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Opening the Music up to a Deeper & Wider Appreciation of its Merits,
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This review is from: Leonard Bernstein: Mahler - The Symphonies [DVD]  [NTSC] (DVD)
Oh my! A complete set of Mahler symphonies conducted by legendary Leonard Bernstein on disc! The experience of watching these cannot be anything but good. Not that he can compare readily with the self-effacing Abbado, for it is often the case that the performances on these discs are as much about Bernstein as Mahler. But there is much to see and learn nevertheless.
These performances are with the following orchestras, at the following venues, and in the following years: 1. Vienna Philharmonic (VPO), Konzerthaus, 1974; 2. London Symphony, Ely Cathedral, 1973; 3. VPO, Musikverein, 1972; 4. VPO, Musikverein, 1972; 5. VPO, Musikverein, 1972; 6. VPO, Musikverein, 1976; 7. VPO, Musikverein, 1974; 8. VPO, Konzerthaus, 1975; 9. VPO, Philharmonie (Berlin), 1971; and 10. (adagio only) VPO Konzerthaus, 1974. In addition, there is `Das Lied von der Erde', Israel Philharmonic, Tel Aviv, 1972.
Each DVD comes with its own concise notes, written by David Gutman. Through these we learn of the collapse of a crane, a bomb scare, and the squeaking of bats during the performance of the second symphony, and of the earth tremor during the fifth. There is sometimes evidence on-screen of more than one performance for the camera, as audiences and other aspects differ between movements.
The cameras are unobtrusive, virtually invisible. Indeed, the camerawork is often very good indeed, especially where solo instruments take the spotlight. Invariably the cameras are placed on the orchestra's left-hand side or facing the conductor. It was fun to see an elderly woodwind player almost nodding off during the `O Mensch! Gib Acht!' of the third symphony.
These are by no means perfect performances - witness the opening to the third movement of the first symphony, or the dodgy trumpets towards the finale's end of the third - but Bernstein's enthusiasm is infectious and carries us along. His theatrics in the last movement of the ninth are over the top, but then he did see the ninth (mistakenly) as a death-work.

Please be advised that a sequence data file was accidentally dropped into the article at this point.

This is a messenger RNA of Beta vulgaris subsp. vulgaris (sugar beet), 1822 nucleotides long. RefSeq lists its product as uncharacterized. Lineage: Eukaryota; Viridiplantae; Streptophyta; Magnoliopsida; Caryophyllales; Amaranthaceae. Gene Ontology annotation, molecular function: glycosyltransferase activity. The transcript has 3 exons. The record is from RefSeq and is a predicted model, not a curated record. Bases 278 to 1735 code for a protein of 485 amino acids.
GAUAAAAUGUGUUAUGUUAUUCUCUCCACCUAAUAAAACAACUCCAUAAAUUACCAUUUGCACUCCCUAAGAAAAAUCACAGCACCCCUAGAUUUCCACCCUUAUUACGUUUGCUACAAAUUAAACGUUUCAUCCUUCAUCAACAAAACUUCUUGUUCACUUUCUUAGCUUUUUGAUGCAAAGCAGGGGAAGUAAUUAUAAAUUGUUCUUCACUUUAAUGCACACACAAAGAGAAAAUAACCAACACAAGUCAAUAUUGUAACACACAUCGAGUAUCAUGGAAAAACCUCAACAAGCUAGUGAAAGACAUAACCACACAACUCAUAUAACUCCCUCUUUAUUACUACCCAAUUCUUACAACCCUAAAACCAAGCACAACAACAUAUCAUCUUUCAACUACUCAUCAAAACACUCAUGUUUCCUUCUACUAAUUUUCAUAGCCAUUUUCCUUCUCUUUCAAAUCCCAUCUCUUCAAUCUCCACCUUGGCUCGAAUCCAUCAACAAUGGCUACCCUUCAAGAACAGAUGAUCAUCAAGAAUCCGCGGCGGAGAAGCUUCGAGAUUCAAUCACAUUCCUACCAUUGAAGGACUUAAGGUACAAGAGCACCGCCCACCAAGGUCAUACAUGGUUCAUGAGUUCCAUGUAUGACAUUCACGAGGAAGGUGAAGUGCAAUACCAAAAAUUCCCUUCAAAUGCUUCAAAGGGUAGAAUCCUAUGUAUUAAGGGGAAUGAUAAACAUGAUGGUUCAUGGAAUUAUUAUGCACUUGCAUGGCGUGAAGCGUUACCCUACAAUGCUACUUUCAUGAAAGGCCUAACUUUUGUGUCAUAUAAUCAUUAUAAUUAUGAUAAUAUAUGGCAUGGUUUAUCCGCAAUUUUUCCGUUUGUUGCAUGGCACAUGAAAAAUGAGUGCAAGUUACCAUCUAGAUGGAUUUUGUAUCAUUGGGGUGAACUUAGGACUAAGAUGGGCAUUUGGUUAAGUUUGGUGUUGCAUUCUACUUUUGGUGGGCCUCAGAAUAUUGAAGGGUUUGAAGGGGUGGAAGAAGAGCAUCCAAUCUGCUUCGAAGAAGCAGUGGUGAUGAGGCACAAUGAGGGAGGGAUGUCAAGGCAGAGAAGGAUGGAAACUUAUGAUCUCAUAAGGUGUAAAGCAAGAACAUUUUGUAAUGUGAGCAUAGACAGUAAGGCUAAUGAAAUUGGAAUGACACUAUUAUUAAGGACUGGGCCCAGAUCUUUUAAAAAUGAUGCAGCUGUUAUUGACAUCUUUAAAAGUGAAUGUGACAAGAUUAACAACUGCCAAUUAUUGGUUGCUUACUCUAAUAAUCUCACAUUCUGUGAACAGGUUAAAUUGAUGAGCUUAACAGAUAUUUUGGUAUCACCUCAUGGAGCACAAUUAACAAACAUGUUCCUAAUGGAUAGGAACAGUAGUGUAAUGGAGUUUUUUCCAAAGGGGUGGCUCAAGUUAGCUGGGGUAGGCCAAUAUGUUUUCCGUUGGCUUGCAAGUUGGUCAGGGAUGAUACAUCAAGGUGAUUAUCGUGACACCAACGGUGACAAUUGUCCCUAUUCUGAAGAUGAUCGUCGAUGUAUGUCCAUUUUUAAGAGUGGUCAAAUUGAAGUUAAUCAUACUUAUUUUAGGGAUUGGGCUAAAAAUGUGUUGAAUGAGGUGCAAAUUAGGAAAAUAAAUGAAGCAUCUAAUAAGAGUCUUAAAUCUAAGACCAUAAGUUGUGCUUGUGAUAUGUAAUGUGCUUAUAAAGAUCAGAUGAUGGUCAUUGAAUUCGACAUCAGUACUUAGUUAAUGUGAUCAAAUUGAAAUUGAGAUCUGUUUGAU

All performances are worth four stars; some five (the second, and the eighth). The editing out of the applause at the end of some symphonies made me give a metaphoric standing ovation at home.
Bernstein's interpretation of the sixth (he includes the third blow in the finale) reminded me how great this work is, and I saw the seventh in a new and more positive light, feeling as if I knew the work better. As regards the eighth, I had goosebumps from the get-go. (At the end of a stupendous first part, Bernstein merely signals `OK'!)
Unfortunately, `Das Lied von der Erde' has a female alto; I prefer the more rarely-performed all male interpretation. I think `Der Abschied' is a male song, yet I must admit to here being, as usual, on the verge of tears with the performance of Christa Ludwig.
The extras include a 1971 film called `Four Ways to Say Farewell: Gustav Mahler's ninth Symphony'. Here we are presented with Bernstein's Romantic (but false) vision of the work. You can take or leave what the conductor has to say - it is, after all, only his personal interpretation - but the viewer is conveyed movement by movement through rehearsals. Strangely, Bernstein makes no mention of the quote in the ninth from `Die Kindertotenlieder'.
Other extras include films of rehearsals of the first movement of the fifth and the fourth movement of the ninth, as well as an extraordinary film of Bernstein giving a seemingly completely off-the-cuff extensive introduction to `Das Lied von der Erde'. And that was Bernstein's strength, the power to communicate directly to his audience, opening the music up to a deeper and wider appreciation of its merits.